There is something particularly interesting in documentary photographers, and it is the relationship they create with traditions. While the passage of time and advancement in technologies compel authors to reinvent themselves – to use new devices and to try to highlight their photographs among the millions of images circulating – in parallel there is a very traditionalist trait that reproduces certain practices of many documentarians of the twentieth century.
To photograph the reality that surrounds us is something that sooner or later every documentarist performs in his or her career. When that happens, the spectators end up being luxury guests of a generally transcendental event in the life of the author, even though this simply represents the everyday life of that photographer who produces these photos. A catharsis or a respite from the reality that they are living.
As if they were the antithesis of those authors who cross the planet to document a catastrophe or a drama, these photographers decide to look around to tell a story. The two sides of the same coin: of the same conviction and vocation. All the authors exposed in this cycle have found their projects in an almost accidental way, without looking for them but as if they knew that they were going to find them.
Thus, in this exhibition we find different tones of those stories. Some are brighter, such as that of Nicolas Wormull, who one day found himself photographing his children as he was raising them while his wife was working. Others find light in the beauty and end-of-life pain, like Sarker Protick, who captured with his camera the aging of his parents and the deterioration caused by illnesses.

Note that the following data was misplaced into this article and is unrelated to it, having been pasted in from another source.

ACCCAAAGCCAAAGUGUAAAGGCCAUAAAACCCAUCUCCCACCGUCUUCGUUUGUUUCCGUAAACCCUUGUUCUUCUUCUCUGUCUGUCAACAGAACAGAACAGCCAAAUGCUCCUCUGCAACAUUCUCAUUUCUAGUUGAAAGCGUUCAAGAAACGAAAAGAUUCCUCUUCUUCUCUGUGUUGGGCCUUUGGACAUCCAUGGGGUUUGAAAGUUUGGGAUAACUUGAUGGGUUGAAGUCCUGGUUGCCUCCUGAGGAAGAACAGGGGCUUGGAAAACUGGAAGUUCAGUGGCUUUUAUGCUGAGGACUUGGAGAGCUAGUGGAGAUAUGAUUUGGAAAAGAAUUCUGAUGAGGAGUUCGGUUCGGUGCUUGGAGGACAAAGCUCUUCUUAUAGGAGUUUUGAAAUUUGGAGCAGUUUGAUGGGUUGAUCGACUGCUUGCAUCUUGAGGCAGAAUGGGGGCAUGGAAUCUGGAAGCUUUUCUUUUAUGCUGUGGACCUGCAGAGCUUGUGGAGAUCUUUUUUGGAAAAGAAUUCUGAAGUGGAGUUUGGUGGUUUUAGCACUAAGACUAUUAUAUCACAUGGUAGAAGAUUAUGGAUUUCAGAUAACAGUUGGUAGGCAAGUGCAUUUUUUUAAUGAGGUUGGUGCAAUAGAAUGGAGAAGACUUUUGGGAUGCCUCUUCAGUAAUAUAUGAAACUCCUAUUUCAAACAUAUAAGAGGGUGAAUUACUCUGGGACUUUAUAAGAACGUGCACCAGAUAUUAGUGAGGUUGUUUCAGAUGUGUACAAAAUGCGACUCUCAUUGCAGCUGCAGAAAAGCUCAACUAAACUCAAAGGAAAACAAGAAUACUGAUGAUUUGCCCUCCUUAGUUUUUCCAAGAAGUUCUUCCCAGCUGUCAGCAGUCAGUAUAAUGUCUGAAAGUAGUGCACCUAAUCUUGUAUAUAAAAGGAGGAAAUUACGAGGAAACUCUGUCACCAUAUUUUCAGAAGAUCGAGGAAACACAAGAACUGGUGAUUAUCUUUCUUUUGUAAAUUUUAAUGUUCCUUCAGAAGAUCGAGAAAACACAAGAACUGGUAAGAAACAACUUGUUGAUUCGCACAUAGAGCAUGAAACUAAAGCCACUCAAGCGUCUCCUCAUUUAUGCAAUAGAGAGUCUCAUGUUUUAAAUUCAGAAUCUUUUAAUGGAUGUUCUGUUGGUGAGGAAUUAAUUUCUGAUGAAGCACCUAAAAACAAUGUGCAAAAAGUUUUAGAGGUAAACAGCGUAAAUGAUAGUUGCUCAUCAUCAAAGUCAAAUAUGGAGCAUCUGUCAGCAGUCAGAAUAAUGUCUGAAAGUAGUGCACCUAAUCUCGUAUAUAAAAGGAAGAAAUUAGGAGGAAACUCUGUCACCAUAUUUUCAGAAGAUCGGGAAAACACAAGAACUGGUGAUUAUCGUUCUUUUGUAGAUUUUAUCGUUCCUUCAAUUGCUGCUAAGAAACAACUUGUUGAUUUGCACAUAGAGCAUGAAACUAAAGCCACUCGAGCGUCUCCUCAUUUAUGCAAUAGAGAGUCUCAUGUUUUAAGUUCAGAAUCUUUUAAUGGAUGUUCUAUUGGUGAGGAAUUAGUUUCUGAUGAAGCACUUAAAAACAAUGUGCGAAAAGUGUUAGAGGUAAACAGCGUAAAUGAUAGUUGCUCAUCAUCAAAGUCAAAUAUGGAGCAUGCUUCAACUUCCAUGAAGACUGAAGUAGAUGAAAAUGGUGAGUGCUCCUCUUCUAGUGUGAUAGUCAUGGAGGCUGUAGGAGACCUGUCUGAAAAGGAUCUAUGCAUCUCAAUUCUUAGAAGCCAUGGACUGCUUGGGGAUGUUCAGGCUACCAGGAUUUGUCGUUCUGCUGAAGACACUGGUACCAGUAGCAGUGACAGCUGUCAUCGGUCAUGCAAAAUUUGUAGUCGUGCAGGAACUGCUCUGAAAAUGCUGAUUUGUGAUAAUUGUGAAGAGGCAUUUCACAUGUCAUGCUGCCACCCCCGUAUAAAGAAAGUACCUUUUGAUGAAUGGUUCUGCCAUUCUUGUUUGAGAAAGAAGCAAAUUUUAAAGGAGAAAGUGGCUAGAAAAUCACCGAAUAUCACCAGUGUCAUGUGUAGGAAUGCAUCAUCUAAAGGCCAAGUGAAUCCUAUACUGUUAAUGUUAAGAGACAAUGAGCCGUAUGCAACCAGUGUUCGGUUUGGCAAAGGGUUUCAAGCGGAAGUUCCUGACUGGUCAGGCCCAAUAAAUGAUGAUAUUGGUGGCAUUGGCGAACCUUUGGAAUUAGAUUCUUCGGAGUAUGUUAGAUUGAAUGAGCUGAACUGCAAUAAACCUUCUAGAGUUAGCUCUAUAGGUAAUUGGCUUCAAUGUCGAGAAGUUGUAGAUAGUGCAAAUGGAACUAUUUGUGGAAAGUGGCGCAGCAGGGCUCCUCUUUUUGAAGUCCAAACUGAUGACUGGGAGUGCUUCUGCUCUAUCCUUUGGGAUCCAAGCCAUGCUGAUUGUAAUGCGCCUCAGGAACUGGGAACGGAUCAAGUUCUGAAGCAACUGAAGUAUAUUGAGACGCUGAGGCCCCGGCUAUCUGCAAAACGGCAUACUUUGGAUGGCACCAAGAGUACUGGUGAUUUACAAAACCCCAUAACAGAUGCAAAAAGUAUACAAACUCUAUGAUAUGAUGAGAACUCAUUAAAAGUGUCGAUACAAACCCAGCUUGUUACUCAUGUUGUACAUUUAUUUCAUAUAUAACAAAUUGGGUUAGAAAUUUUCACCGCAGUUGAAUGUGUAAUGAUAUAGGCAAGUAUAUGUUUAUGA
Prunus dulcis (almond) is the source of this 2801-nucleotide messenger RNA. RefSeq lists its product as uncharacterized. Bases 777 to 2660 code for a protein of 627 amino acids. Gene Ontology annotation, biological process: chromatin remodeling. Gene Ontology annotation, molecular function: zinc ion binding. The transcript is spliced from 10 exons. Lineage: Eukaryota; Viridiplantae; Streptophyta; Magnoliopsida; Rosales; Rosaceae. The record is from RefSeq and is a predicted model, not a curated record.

There are more painful stories, as seen with Yael Martinez, who documented the social drama that Mexico has long undergone from his own home, in the face of the disappearance of loved ones. We can also find stories that celebrate the everyday and make it extraordinary, like that of Cecilia Reynoso, who began recording her boyfriend's family, finding plenty of singularities. While for Arnau Blanch, who explored Vilobí d'Onyar, a small town in Catalunya, his village is like the backyard of his own home.
The exhibition is completed by three projects in which the photographers had the ability to discover them while developing other works. For more than 6 years, Zack Canepari documented the Gold Medal winning Olympic boxer Claressa Shields, raised in Flint, Michigan, in an environment of poverty from which it is very difficult to leave. In this context Canepari also found a sub-story in the life of Briana, the sister of Claressa – how she became to be defined. On the other side of the world, Tamara Merino was travelling in a van, touring Australia, when she encountered a community living underground in the Simpson Desert. Her photos tell a story of an subterranean culture. Finally, Tatiana Vinogradova used portraiture to delve into the issue of homophobia in Russia, highlighting how difficult it is for a homosexual to freely express his sexuality there. Its intimate approach generates a connection with the interior of each of the subjects photographed.
All of these universes, where photographers invite us to submerge, are full of intimacy. It is as if they have given us a pass to enter the lives of many people and relate to the most intimate sides of them. That is the greatest merit of these photographers. The themes explored seem like only pretexts to carry out this catharsis and explore the need to photograph their surroundings.
Alejandro is an Argentine photographer, video journalist and photo editor born in 1987, in Buenos Aires. His work is focused on personal documentary long‐term projects in Latin America and has been recognized by different organizations such as World Press Photo, POYi, Magnum Expression Award, Ian Parry Scholarship, PhotoEspaña, among others. Among his clients today include The New York Times, The Guardian and Stern Magazine. He started collaborating with PHmuseum in 2012.